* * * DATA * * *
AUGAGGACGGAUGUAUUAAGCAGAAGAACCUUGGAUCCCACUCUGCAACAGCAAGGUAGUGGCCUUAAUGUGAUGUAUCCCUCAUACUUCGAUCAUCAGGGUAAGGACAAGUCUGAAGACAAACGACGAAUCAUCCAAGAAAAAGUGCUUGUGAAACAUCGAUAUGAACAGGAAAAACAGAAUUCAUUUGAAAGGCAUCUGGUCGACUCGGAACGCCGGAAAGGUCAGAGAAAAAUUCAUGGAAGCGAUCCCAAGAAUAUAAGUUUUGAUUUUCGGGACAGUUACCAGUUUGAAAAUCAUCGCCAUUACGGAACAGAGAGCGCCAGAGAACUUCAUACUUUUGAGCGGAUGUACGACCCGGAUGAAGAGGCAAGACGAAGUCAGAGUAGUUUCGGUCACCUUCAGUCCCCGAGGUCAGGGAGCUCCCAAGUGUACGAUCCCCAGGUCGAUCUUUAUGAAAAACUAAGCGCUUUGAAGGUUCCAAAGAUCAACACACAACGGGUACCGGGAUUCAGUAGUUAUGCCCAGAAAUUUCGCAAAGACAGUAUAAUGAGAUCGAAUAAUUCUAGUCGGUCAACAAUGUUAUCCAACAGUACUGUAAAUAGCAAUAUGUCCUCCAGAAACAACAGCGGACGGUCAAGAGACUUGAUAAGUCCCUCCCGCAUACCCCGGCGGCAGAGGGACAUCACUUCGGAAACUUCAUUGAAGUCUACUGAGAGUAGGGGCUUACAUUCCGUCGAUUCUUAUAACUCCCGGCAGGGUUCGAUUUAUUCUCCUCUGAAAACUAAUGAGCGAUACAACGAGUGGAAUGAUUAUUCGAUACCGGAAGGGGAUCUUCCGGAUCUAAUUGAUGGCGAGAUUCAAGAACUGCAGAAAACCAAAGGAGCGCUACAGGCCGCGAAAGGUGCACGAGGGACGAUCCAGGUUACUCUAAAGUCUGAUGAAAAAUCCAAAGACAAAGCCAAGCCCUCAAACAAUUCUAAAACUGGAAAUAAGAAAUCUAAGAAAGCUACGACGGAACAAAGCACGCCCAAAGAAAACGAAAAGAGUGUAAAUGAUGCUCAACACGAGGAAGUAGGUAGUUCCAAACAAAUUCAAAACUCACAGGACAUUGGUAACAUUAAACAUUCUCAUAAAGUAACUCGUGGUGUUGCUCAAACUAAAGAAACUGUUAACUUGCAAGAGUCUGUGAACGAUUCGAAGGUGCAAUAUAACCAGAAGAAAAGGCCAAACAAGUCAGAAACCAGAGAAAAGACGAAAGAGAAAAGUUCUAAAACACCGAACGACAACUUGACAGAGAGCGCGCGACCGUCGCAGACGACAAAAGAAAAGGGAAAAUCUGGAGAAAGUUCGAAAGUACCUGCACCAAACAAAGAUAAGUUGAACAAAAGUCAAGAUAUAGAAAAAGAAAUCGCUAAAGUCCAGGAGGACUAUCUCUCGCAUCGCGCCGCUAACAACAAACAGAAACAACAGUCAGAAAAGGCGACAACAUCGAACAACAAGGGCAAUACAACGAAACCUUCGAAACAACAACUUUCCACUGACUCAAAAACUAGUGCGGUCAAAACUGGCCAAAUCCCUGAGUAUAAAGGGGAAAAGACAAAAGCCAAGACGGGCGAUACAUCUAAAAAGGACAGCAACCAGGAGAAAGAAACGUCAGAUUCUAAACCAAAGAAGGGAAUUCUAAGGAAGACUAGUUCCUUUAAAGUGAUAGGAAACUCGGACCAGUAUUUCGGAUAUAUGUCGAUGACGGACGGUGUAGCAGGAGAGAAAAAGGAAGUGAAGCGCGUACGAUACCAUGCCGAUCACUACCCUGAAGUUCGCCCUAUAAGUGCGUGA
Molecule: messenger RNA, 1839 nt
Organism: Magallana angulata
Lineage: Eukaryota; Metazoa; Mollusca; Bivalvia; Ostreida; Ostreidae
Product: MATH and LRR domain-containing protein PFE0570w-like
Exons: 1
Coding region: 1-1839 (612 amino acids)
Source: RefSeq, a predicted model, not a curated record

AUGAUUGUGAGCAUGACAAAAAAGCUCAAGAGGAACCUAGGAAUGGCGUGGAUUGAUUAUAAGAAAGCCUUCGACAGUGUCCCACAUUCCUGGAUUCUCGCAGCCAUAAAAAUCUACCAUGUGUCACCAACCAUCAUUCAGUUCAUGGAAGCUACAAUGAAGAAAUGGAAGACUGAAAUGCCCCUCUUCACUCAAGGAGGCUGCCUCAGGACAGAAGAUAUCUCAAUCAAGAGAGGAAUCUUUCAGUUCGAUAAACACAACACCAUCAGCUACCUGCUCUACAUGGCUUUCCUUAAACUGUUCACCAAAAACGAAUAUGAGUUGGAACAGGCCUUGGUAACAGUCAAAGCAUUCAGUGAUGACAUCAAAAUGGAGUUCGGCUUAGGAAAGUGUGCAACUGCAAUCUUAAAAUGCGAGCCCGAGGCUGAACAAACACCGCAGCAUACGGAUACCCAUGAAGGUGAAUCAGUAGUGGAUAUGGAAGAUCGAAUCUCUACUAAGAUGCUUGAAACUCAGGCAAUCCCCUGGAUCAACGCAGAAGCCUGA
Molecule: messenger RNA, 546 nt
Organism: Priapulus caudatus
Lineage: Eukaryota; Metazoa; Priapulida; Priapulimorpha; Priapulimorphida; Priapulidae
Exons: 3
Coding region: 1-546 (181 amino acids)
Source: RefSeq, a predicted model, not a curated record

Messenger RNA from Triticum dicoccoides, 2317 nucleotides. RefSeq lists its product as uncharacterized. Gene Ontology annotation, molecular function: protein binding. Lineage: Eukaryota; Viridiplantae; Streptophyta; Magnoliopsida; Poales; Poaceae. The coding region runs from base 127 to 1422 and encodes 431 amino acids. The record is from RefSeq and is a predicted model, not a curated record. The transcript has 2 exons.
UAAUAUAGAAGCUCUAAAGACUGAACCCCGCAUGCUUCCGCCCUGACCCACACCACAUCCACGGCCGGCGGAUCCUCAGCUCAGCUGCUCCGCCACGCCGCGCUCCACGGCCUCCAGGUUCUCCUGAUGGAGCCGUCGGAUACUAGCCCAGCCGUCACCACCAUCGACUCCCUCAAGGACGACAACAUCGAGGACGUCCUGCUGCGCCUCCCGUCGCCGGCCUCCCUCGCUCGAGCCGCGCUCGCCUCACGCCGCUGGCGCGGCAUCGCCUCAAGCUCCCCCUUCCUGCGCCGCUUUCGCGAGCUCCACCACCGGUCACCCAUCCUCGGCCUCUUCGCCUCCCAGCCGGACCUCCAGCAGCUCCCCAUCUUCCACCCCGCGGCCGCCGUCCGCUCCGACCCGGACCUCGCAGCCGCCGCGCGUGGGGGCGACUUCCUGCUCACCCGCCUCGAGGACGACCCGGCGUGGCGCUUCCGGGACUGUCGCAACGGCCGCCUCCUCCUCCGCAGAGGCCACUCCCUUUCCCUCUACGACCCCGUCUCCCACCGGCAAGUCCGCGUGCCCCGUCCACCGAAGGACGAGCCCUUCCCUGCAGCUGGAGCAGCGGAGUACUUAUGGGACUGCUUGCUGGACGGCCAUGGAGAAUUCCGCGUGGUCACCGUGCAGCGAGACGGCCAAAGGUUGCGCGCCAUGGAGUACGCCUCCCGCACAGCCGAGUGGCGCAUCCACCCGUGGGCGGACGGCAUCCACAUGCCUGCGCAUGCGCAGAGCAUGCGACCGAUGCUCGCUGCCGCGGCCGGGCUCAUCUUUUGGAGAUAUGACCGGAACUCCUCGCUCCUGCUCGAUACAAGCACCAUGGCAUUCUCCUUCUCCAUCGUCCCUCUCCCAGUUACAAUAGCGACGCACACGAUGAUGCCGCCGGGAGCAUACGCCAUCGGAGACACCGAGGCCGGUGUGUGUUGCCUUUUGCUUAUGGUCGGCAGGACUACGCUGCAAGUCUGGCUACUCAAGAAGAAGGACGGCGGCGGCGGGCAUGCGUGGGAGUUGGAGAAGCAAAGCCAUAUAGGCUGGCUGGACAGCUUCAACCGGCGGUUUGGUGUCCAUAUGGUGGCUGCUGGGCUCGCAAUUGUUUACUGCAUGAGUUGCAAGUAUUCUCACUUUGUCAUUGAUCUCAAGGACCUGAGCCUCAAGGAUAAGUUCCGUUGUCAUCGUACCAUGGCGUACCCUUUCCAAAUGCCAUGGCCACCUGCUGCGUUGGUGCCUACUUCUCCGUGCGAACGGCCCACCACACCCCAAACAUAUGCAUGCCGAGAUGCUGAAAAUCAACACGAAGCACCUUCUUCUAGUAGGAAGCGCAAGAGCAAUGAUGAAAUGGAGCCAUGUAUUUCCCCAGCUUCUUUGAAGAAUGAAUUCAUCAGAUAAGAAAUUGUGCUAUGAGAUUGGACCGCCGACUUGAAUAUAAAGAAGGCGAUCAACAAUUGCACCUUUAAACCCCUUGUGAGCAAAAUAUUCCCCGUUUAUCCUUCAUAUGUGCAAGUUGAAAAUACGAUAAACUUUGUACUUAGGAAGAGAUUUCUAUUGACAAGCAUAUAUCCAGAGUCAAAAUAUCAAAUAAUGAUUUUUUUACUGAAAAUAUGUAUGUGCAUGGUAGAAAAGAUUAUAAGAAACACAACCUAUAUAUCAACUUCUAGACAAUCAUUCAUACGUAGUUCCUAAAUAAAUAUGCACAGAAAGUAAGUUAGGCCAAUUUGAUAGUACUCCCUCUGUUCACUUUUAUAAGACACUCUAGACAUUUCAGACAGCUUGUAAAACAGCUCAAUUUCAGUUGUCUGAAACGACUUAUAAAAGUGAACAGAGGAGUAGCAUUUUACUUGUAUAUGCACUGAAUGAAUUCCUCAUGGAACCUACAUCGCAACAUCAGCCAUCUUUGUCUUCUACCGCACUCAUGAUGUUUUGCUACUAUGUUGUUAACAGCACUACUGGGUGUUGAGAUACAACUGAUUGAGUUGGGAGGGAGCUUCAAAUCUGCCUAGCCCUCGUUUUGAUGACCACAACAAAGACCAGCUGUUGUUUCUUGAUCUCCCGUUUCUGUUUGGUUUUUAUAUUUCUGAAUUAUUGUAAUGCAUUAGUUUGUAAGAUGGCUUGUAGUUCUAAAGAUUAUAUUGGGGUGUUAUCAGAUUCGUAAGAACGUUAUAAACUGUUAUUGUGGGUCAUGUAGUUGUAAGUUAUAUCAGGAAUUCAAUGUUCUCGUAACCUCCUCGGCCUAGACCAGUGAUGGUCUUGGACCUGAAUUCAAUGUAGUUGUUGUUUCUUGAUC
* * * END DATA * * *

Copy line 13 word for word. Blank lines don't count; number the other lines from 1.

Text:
Exons: 3